The Detroit Egg debut tasting party

Detroit Eggs, after baking and before coating and frying

Detroit Eggs, after baking and before coating and frying

A couple of weeks ago I got a strange invite on Facebook to an event called “Detroit Egg tasting party at my house”. That’s a weird one, right?

The invite was from Norm “DJ Meph” Witte III, one of our very own contributors. The Detroit Egg was his baby, and he was ready to unleash it upon the city.

Here’s how the story goes:

While Norm was traveling in Manchester, United Kingdom, he spent four days searching for the fabled Manchester Egg; he eventually found a pub that served it and struck up a conversation with a local. As it turns out, many cultures have their own signature “egg”. Of course, the Scotch Egg is one of the most popular, but there’s also a London Egg, the infamous Balut, and let’s not forget the 100-year egg.

There was no Detroit Egg, though. DJ Meph set out to change that and when he got back to Detroit, he started experimenting.

He settled on a recipe that contains entirely Michigan-based ingredients—hard boiled local eggs, pickling brine from McClure’s Pickles, Michigan classic Jiffy cornbread mix, Meijer brand pork sausage, and Michigan-made maple syrup.DJ Meph and his Jiffy Cornbread mix

The tasting party was a small group of Norm’s close friends. Emily Doerr from Hostel Detroit, Nicole Lapointe from Pinwheel Bakery, local photographer Tina Logan, Portage Digital Media’s Jeremiah Staes, Detroit-based fashion designer Adriana Pavon and her father, two of Norm’s close friends from childhood, and me.
The Detroit Egg tasting party
The egg was served piping hot, and when cut open, revealed the layers of magic involved in such a seemingly simple dish:
Detroit Egg by DJ Meph

The flavors are solid, and the interesting mix of textures and tastes is destined to be a Detroit classic. The tang of McClure’s pickle, the sweet and salty sausage/maple combo, the crunchy fried cornbread coating all mix up really well in your mouth. This is going to be a phenomenal bar snack or appetizer.

The Detroit Egg by DJ Meph

The Detroit Egg, best served with Michigan beer

Norm asked for suggestions on how to improve it. I told him the egg could stand to be pickled longer so that the yolk takes in some of the pickle flavor. Nicole gave him some suggestions on improving the coating and frying process. Emily had some suggestions on where (and to whom) to pitch the Detroit Egg idea.

DJ Meph vamps with his Detroit Egg

Look at that sexy man and his Egg

Norm is doing something off-the-wall with this. He’s releasing it under the Creative Commons license, meaning any restaurant can put it on their menu as long as they give some tiny attribution: “The Detroit Egg was invented by DJ Meph” or “DJ Meph’s Detroit Egg”, etc.

Hopefully we’ll see this truly Detroit creation on local menus soon. Perhaps one day it will be as synonymous with Detroit as Faygo.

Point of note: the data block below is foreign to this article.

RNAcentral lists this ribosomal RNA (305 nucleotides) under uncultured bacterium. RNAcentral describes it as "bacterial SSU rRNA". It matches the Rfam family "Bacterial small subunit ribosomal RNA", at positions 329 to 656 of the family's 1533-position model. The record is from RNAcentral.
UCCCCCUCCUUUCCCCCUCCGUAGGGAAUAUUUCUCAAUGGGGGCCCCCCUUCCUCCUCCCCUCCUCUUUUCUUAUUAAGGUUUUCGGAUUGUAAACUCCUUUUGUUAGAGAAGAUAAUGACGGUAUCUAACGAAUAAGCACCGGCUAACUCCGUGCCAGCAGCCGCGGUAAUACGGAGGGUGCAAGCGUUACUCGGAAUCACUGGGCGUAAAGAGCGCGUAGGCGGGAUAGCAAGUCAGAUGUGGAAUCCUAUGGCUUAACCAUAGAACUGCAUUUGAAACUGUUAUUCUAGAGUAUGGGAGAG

No matter what, I can say I was there first. Thanks for the awesome opportunity, Norm!


10 thoughts on “The Detroit Egg debut tasting party

  1. OMG how fun! Looks like a great time. I know Ye Olde Saloon in RO serves a Scotch egg but I don't have the guts to eat it!! Hope you all had fun!
  2. I've got to fire up Pinterest and pin this egg. I love the creativity and appreciate the extreme-local focus on Michigan-made products. Way to go, Norm! I hope to try it sometime soon in a local Detroit pub, even though I'm not a fan of eggs. I will try it since it's an egg wrapped in lots of other stuff I like.
  3. That's interesting sounding enough that I'd just have to try it. Just a heads up on releasing the recipe under the CCL, though...I don't think it matters:
    I mean, it's a great idea, but I don't think there's any way to legally hold them to giving him credit. It'd mostly be them doing it because they're cool.
    Thanks for your concern. I was able to discuss this with a patent and copyright lawyer. Basically, it's not the recipe that is licensed, it's the name. What the license states is that if a restaurant wants to use the name "Detroit Egg" it cannot be modified from the original recipe, and they have to give me attribution. If someone wanted to be a jerk, they could serve it under a different name, but even if they did, it's still going to help in my quest to spread this idea around the region.
  4. Coolness :)

    I'm gonna have to make sure I try one of these if I make it up to Detroit.
  5. Meijer sausage? How about Dearborn, Kowalski, Koegel, Markowycz's or any homemade Polish in Hamtramck, any of the homemade chorizo from a Springwells mercado.
  6. Those are all good, I actually will probably be getting my sausage from Eastern Market from now on.
  7. @spoonyfork Surprisingly, I'll defend the use of Meijer sausage. It's outstanding, and it doesn't contain MSG. Nearly every other sausage I look at in stores has it.
  8. @Lincoln Dearborn does not use MSG. However, they also don't sell loose sausage, so it seems like a waste of time to have to take it out of the casing.

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